Sustaining School-university Collaboration for Reciprocal Learning

By Rosie Le Cornu and Judy Peters.

Published by The Learner Collection

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Article: Print $US10.00
Article: Electronic $US5.00

School-university collaboration has been found to provide considerable benefits to participants but also many challenges (Peters, 2002). It is widely accepted that there is a need for ongoing research to illuminate the optimum circumstances for such collaboration to thrive (Whitford & Metcalf-Turner, 1999; Smedley, 2001). This research investigated the question: ‘What are the characteristics of and conditions needed to sustain school/university collaboration for reciprocal learning?' Since 1999 two University Colleagues from a South Australian university have worked with school leaders and the Project Manager of a government funded school redesign initiative called Learning to Learn. This paper explores the experiences and perceptions of the University Colleagues and Project Manager over their many years of working together. A qualitative research design was used with data collected through interview, document analysis and field notes. The findings provide insights into the relational characteristics and other factors that sustained reciprocal learning in a ten year school-university partnership.

Keywords: School-university Collaboration, Partnerships, Learning, Professional Development, Relationships

The International Journal of Learning, Volume 16, Issue 9, pp.231-246. Article: Print (Spiral Bound). Article: Electronic (PDF File; 1.294MB).

Dr. Rosie Le Cornu

Senior Lecturer, Education, Arts and Social Sciences, University of South Australia, Adelaide, South Australia, Australia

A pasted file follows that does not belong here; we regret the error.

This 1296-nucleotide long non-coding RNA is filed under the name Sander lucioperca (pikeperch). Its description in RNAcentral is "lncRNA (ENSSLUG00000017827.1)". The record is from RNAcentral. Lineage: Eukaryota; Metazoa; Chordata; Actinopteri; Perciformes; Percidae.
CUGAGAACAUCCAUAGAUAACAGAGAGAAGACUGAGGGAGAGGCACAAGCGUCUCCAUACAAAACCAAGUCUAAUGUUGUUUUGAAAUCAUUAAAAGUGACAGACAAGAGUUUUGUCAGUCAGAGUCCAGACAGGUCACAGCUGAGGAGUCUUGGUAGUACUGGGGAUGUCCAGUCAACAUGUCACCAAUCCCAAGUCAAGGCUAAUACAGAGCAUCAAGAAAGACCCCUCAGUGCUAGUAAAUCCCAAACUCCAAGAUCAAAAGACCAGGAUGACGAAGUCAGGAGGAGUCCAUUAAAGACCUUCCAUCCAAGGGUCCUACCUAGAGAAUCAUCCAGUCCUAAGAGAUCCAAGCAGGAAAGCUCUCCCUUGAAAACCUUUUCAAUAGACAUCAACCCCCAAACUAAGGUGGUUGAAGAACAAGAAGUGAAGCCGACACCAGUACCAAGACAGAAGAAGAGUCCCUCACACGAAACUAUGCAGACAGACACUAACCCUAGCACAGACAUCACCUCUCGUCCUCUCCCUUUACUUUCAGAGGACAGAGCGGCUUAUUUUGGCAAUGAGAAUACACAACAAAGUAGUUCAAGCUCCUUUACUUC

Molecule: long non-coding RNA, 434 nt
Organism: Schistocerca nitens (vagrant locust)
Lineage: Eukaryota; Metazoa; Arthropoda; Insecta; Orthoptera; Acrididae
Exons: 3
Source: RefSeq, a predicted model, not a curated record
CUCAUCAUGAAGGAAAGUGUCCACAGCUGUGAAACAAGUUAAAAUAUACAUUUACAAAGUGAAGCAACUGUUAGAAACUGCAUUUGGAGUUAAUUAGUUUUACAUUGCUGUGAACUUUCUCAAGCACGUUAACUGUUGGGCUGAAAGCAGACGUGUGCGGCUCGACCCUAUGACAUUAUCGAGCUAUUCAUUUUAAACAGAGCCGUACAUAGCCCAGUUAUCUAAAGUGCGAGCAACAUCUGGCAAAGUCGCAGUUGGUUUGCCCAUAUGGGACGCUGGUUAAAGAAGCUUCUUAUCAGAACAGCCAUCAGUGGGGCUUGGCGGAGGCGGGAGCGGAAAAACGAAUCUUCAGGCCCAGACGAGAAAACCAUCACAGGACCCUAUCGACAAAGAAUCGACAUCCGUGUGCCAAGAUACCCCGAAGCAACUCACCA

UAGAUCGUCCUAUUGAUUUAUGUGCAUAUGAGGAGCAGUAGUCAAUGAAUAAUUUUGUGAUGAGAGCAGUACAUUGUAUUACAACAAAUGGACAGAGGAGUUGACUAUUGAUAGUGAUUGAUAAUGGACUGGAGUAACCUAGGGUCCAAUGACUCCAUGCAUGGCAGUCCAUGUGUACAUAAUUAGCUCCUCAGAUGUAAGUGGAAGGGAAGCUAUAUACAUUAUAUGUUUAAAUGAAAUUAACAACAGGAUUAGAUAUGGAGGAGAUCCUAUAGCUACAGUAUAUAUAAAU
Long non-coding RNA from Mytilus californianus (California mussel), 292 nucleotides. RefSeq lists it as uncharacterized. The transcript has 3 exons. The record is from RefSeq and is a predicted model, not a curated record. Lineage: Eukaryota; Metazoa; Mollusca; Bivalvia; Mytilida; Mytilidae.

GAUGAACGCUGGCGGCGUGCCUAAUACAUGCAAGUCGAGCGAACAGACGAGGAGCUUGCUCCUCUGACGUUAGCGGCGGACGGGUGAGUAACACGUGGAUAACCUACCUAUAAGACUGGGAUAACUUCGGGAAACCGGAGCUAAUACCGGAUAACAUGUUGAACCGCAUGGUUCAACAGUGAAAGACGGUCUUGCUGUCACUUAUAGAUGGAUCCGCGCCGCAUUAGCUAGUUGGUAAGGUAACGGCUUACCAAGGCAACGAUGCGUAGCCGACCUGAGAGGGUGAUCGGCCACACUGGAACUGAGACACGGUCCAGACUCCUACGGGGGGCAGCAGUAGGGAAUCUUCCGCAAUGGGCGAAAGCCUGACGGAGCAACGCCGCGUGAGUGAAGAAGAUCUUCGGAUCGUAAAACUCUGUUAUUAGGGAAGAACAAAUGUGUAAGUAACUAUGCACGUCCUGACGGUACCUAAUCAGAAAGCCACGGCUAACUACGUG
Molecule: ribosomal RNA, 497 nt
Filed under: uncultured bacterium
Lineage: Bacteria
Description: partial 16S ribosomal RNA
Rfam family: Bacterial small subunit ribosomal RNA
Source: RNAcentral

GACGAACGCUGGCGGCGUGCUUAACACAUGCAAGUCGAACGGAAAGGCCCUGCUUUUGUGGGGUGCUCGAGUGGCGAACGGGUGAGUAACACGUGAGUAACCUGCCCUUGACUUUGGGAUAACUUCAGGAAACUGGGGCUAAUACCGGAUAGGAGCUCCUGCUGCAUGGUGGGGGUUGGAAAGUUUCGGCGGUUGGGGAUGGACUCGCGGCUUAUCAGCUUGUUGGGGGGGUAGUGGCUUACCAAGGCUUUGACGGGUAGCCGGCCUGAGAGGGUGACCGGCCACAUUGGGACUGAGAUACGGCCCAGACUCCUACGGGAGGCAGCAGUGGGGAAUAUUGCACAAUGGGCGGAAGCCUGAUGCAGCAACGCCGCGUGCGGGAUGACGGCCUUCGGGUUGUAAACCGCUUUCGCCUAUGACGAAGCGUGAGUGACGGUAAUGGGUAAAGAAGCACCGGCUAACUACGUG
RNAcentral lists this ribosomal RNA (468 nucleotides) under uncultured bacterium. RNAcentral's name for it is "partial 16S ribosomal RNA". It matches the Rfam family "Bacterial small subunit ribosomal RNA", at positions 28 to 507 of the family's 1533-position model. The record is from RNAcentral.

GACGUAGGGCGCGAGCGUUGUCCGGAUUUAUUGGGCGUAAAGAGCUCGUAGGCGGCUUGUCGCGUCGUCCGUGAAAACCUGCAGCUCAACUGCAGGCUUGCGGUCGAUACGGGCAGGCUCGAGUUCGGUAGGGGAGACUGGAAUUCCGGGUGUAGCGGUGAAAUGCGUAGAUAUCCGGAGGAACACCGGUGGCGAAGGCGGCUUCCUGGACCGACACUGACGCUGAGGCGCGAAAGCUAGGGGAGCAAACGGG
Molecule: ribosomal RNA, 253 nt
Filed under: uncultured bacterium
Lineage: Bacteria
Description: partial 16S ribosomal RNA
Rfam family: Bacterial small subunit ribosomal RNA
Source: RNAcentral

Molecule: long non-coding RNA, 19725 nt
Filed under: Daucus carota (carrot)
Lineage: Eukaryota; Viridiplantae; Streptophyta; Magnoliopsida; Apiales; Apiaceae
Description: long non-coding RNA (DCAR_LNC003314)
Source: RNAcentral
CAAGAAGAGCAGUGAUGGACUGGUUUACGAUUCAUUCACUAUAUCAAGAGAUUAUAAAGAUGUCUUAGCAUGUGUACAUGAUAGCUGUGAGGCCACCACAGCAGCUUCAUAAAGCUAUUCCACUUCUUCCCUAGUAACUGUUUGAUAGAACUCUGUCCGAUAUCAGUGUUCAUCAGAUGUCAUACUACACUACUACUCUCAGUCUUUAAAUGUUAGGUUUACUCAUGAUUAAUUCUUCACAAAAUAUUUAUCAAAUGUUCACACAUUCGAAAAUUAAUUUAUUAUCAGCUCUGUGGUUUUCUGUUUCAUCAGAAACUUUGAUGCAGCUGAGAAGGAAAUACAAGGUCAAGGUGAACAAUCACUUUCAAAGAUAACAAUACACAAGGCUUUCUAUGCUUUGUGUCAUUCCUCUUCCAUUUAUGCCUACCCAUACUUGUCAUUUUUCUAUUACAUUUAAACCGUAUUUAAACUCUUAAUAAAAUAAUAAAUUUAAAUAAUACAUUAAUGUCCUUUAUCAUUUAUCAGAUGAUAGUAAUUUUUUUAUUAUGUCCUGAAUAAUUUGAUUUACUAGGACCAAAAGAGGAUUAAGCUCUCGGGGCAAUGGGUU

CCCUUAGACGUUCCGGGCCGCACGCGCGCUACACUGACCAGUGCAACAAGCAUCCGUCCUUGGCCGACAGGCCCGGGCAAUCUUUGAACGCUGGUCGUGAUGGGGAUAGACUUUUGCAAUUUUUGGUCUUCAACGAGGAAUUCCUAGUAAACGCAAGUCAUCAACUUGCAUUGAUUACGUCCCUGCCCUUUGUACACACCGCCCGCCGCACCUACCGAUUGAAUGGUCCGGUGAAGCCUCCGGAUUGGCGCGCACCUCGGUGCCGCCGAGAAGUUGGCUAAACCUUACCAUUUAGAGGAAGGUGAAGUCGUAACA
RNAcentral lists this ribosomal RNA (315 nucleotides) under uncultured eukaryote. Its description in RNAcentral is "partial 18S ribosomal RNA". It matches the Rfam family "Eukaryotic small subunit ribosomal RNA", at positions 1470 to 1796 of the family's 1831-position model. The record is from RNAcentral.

Dr. Rosie Le Cornu is Senior Lecturer in Education at the University of South Australia. She works in professional experience related courses and advocates a ‘professional experience curriculum’ based on the notions of reflection, collaboration and partnerships. She continues to be involved in national and state projects which support this work. Since 1999 she has been a university colleague in Learning to Learn, a government funded educational redesign initiative. Her current interests are early career teachers, primary classroom culture, reflective pedagogy, school reform, ICTs in professional experience and practitioner/action research.

Dr. Judy Peters

Lecturer in Education, Education, School of Education, Arts and Social Sciences, University of South Australia, Magill, South Australia, Australia

Dr. Judy Peters is a Lecturer in Education at the University of South Australia. She works closely with student teachers undertaking professional experiences. She has worked as a university colleague in a number of state and federal school reform projects. She has been a university colleague in a government funded educational redesign initiative called Learning to Learn since 1999. Her research interests include school leadership and reform, and teaching and learning in schools and Higher Education. She is currently involved in research investigating successful early career teaching and project management for educational change.

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